Financial Swindlers

So it turns out the top brass at Lehman Brothers were deliberately lying about their indebtedness to the tune of $billions. Shades of Enron! So what’s new? Speculative markets are based on lies. In the old days financial institutions such as pension funds and insurance companies, served some social purposes. Today, hedge funds, sovereign funds and the like, serve no social purpose. They exist only to make money for their investors and themselves, both being in a position to take risks with ‘loadsamoney’. They have no moral compass beyond ‘making as much money as possible’ to quote the famous economic mountebank, Milton Friedman. So, of course, they are liars. The accounting profession are culpable, deliberately falsifying balance sheets so they appear less risky than they are. And firms of auditors are liars, declaring the accounts to be “true and fair” when they know perfectly well they are nothing of the kind. But very few of these parasitic liars end up behind bars.

7 thoughts on “Financial Swindlers”

  1. Nice to see such bluntness here. Most of the time, we seem to pretend that various forms of cunning are somehow laudable behaviour, to be rewarded with giant pots of cash. But this is bluffing, dissembling, concealing, misdirecting, being economical with the truth – the sort of things that get people (and even politicians) a bad name. Odd then that when financiers do it, we call it good business.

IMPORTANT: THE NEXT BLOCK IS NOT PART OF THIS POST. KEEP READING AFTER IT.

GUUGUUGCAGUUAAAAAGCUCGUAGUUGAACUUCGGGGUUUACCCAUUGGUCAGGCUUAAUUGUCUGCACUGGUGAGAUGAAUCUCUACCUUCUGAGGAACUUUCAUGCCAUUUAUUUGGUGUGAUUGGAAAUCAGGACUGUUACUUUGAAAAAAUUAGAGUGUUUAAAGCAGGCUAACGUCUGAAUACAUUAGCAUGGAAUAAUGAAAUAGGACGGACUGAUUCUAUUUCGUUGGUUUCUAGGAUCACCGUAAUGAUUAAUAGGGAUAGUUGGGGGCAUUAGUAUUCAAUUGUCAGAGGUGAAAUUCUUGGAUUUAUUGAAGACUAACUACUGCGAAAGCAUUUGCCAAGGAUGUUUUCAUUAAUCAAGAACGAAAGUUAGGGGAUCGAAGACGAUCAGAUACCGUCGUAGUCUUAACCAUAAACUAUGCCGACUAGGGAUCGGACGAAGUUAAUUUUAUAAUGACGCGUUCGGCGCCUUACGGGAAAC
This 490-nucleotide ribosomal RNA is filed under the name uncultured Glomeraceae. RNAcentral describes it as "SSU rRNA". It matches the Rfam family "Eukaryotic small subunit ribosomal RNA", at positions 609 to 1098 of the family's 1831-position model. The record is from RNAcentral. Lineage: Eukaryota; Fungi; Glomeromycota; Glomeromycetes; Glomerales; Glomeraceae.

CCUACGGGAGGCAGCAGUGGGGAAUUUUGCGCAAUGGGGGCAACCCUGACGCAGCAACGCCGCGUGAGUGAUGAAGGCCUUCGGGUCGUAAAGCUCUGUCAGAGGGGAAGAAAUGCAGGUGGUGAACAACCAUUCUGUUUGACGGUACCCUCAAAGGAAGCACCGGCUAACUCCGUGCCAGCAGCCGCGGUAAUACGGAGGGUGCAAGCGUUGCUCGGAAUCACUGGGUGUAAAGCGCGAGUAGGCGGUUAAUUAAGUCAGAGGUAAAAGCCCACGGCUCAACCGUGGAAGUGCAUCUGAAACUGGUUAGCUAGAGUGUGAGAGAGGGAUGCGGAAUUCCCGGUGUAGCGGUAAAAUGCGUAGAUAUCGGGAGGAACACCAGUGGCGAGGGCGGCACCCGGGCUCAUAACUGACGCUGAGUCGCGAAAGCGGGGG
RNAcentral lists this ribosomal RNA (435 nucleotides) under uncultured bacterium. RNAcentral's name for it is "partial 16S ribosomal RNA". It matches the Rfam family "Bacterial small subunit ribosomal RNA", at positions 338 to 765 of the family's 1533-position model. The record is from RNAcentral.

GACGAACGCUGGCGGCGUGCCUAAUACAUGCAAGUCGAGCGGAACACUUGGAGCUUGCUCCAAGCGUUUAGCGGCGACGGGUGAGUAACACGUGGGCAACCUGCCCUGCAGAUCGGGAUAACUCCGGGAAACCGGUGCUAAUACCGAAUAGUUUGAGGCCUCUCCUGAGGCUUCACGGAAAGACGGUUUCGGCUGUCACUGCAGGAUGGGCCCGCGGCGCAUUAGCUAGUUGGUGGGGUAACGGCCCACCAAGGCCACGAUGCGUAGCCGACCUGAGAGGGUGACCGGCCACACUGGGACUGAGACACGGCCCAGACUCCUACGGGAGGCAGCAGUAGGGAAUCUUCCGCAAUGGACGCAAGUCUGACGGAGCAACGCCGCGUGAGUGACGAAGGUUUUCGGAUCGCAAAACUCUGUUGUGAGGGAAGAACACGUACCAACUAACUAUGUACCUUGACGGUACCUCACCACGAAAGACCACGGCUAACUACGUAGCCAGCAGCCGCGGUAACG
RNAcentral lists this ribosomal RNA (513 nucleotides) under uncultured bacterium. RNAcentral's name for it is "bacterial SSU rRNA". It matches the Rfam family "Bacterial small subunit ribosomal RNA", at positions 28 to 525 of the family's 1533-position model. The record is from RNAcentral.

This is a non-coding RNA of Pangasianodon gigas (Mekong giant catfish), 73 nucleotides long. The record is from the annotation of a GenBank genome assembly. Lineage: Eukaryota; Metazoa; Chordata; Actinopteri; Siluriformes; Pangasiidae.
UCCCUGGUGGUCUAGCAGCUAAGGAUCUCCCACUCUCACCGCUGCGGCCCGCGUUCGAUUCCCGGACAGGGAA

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  2. All this invective against the bankers and overpaid bosses is all very well, but the big question is why are the UK political parties not putting reform of corporate governance at the top of their manifesto agendas? There might be a few reasons. One is that they know that in order to sort out the deficit they need the state owned shares in the banks to be worth a lot more than they are now. Fixing this quickly means returning to status quo ante so that there can be some quick wins and they can return to business as usual. Hence fat bonuses and salaries so that those bright minds that got us into the mess can get us out by the same route. And because of interlocking shareholdings, all the fat cats are in it together. Where is the manifesto commitment to cap salaries or tax income over £1million a year at 90 or even 100%? There is a great Greek word – hysteresis- which has been used in Economics (especially with respect to unemployment) to denote a persistence of a phenomenon despite the need to eliminate it. What we have now is a political class so used to being subservient to the demands of the financial sector and big business that they cannot get out of that mindset even though they know it’s mistaken. I find it extraordinary that there is not a bigger public outcry against what is going on. I guess it’s because so far the Government has successfully insulated most people against the effects of the crisis. But they or their successors may not be able to continue to do this and then there may be a bigger crisis than the one we have had to change that mindset and a movement from below to underpin the change.